[13] in Reformation Commentary on Scripture:  New Testament XI:  Philippians, Colossians, Graham Tomlin (ed.) in collaboration with Gregory B. Graybill, general editor, Timothy George, associate General editor, Scott M. Manetsch, (Downers Grove, Illinois:  IVP Academic:  An imprint of InterVarsity Press, 2013) 231, 232 fn. 4.

 

[14] in A Commentary on the Order of Mass of The Roman Missal:  A New English Translation:  Developed under the Auspices of the Catholic Academy of Liturgy, Edward Foley (ed.) (Collegeville, Minnesota:  Liturgical Press, 2011) 333 fn. 19.

 

[15] in A Commentary on the Order of Mass of The Roman Missal:  A New English Translation:  Developed under the Auspices of the Catholic Academy of Liturgy, Edward Foley (ed.) (Collegeville, Minnesota:  Liturgical Press, 2011) 319 fn. 7.

 

[16] in Reformation Commentary on Scripture:  Old Testament XII: Ezekiel, Daniel, (ed.) Carl L. Beckwith (Downers Grove, Illinois:  IVP Academic, An Imprint of InterVarsity Press, 2012) 217.

 

[17] in Reformation Commentary on Scripture:  New Testament XI:  Philippians, Colossians, Graham Tomlin (ed.) in collaboration with Gregory B. Graybill, general editor, Timothy George, associate General editor, Scott M. Manetsch, (Downers Grove, Illinois:  IVP Academic:  An imprint of InterVarsity Press, 2013) 233 fn. 5.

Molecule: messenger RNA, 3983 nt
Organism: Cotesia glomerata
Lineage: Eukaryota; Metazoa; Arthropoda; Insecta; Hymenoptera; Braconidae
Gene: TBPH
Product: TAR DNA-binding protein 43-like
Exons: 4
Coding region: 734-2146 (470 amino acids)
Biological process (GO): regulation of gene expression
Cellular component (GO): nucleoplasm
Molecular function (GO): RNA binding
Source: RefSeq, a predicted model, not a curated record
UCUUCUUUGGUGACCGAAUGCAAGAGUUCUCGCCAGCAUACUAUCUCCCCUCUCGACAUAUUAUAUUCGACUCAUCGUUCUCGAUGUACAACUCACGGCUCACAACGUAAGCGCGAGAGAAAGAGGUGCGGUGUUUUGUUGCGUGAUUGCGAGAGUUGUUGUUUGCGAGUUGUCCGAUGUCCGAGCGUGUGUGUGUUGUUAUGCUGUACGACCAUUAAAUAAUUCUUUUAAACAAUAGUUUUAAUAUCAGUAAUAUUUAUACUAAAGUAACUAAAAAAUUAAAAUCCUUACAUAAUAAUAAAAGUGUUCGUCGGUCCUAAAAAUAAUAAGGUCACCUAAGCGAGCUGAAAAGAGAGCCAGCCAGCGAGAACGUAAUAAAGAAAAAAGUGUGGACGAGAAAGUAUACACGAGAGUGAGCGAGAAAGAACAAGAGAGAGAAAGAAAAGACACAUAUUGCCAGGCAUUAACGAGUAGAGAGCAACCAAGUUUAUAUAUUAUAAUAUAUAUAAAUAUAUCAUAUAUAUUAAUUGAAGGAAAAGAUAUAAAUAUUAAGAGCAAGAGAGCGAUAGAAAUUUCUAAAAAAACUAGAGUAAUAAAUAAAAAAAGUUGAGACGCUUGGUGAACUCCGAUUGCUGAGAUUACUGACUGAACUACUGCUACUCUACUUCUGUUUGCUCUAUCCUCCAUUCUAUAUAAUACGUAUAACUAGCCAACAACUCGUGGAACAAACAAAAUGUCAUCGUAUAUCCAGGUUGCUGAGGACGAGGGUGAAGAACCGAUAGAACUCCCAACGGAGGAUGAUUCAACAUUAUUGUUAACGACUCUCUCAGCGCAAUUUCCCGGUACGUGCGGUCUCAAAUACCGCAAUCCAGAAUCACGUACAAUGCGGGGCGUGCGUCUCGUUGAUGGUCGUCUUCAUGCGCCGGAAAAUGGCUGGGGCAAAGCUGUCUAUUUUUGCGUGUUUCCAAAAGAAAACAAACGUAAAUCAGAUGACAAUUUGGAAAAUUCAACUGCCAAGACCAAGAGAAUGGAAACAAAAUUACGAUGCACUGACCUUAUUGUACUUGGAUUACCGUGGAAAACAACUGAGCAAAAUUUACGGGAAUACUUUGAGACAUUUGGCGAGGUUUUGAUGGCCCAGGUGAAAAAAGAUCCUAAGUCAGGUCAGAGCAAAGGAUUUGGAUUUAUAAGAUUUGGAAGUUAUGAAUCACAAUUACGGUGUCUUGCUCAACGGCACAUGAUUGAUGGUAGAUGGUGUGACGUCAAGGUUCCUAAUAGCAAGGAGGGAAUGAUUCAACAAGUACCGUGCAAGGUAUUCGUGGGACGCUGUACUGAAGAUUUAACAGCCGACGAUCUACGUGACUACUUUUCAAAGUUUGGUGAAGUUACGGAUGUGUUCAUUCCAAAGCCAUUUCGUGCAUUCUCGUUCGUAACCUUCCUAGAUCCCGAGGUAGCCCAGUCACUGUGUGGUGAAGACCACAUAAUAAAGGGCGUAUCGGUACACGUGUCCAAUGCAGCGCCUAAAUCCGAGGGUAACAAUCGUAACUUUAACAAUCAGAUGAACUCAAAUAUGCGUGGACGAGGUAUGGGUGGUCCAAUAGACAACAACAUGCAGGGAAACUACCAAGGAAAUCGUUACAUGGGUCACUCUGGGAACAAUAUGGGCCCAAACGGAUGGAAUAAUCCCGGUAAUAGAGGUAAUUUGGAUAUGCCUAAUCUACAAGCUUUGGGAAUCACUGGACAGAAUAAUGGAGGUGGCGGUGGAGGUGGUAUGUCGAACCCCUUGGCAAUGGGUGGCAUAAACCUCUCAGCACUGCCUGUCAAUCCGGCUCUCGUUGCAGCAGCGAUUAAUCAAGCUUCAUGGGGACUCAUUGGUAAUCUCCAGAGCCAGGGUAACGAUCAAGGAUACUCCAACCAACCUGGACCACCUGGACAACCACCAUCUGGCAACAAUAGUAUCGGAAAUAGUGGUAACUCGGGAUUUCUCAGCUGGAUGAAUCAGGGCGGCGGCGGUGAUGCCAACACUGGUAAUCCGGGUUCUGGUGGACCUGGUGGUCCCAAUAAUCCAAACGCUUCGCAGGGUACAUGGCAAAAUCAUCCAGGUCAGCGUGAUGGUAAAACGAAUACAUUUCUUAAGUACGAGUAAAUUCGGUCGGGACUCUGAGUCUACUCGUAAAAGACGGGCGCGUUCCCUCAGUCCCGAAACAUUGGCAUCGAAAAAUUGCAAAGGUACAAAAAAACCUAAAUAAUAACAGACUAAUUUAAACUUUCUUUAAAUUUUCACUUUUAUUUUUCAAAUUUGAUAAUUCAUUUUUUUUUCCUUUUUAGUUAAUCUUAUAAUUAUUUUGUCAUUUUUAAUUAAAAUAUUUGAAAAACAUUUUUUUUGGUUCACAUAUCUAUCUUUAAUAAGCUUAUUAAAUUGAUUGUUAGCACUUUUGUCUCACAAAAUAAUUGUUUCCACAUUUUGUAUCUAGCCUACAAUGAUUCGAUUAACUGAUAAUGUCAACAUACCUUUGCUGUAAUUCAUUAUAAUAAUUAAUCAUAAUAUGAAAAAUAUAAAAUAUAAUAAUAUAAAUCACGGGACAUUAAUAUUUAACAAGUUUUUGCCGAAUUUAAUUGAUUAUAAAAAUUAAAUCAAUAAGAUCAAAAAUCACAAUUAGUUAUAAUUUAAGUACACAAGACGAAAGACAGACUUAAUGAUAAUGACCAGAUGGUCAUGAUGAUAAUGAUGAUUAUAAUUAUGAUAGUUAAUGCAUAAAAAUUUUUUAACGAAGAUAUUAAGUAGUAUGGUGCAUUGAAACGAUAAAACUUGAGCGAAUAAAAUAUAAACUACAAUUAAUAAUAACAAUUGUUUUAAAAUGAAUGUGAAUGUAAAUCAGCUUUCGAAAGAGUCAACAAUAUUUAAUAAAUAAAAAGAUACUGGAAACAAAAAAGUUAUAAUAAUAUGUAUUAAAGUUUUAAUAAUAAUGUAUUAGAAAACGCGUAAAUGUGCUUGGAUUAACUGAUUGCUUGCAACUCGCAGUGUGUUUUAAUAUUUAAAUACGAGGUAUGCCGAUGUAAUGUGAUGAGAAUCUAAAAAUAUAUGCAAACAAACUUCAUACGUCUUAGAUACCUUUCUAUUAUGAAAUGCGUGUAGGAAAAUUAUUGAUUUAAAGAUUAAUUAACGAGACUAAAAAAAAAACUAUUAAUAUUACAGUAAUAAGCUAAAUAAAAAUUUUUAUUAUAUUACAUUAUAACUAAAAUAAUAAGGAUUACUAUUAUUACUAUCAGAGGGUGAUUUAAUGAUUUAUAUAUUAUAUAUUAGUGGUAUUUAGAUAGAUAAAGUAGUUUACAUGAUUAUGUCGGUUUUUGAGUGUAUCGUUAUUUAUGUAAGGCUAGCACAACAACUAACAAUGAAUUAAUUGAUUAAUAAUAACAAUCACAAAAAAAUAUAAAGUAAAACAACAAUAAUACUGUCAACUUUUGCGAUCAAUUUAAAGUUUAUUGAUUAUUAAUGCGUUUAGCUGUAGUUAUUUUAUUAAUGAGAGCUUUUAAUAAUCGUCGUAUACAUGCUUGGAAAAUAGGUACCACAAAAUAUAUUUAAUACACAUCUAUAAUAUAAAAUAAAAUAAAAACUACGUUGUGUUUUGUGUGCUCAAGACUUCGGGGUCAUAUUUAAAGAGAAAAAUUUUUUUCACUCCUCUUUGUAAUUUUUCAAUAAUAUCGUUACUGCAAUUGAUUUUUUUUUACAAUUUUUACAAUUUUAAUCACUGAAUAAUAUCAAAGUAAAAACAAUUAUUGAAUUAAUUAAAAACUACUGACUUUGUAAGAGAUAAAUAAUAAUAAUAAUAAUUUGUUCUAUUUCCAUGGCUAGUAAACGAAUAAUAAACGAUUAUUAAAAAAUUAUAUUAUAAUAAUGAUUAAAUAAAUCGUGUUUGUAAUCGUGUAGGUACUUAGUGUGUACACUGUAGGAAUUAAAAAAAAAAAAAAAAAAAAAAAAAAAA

[18] Erlanger, Kentucky:  Libreria Editrice Vaticana, DynamicCatholic.com, 2014, 28.

 

[19] in Reformation Commentary on Scripture:  Old Testament I: Genesis I—II, (ed.) John L. Thompson (Downers Grove, Illinois:  IVP Academic, An Imprint of InterVarsity Press, 2012) 107 fn. 37.

 

[20] In Scott H. Hendrix, ed. and trans., Early Protestant Spirituality (New York, Mahwah: Paulist Press, 2009) 129.

 

[21] in A Commentary on the Order of Mass of The Roman Missal:  A New English Translation:  Developed under the Auspices of the Catholic Academy of Liturgy, Edward Foley (ed.) (Collegeville, Minnesota:  Liturgical Press, 2011) 88 fn. 56.

 

[22] Theological Studies, Vol. 72, No. 1 (March 2011) 49, 52, 58.

 

[23] the Catholic Biblical Quarterly, Vol. 75, No. 1 (January 2013) 159.

 

[24] the Catholic Biblical Quarterly, Vol. 75, No. 4 (October 2013) 708.

 

[25] Theological Studies, Vol. 75, No. 2 (June 2014) 239, 241, 251.

 

[26] the Catholic Biblical Quarterly, Vol. 71, No. 3 (July 2009) 551-553, 554.

 

[27] in Reformation Commentary on Scripture:  New Testament IV:  John 1—12, Craig S. Farmer(ed.), general editor, Timothy George, associate General editor, Scott M. Manetsch, (Downers Grove, Illinois:  IVP Academic:  An imprint of InterVarsity Press, 2014) 228 fn. 44.

 

[28] in Reformation Commentary on Scripture:  New Testament IV:  John 1—12, Craig S. Farmer(ed.), general editor, Timothy George, associate General editor, Scott M. Manetsch, (Downers Grove, Illinois:  IVP Academic:  An imprint of InterVarsity Press, 2014) 240 fn. 71.

 

[29] Theological Studies, Vol. 71, No. 4 (December 2010) 802, 806.

 

[30] the Catholic Biblical Quarterly, Vol. 72, No. 1 (April 2010) 160.

 

[31] Theological Studies, Vol. 74, No. 3 (September 2013) 574.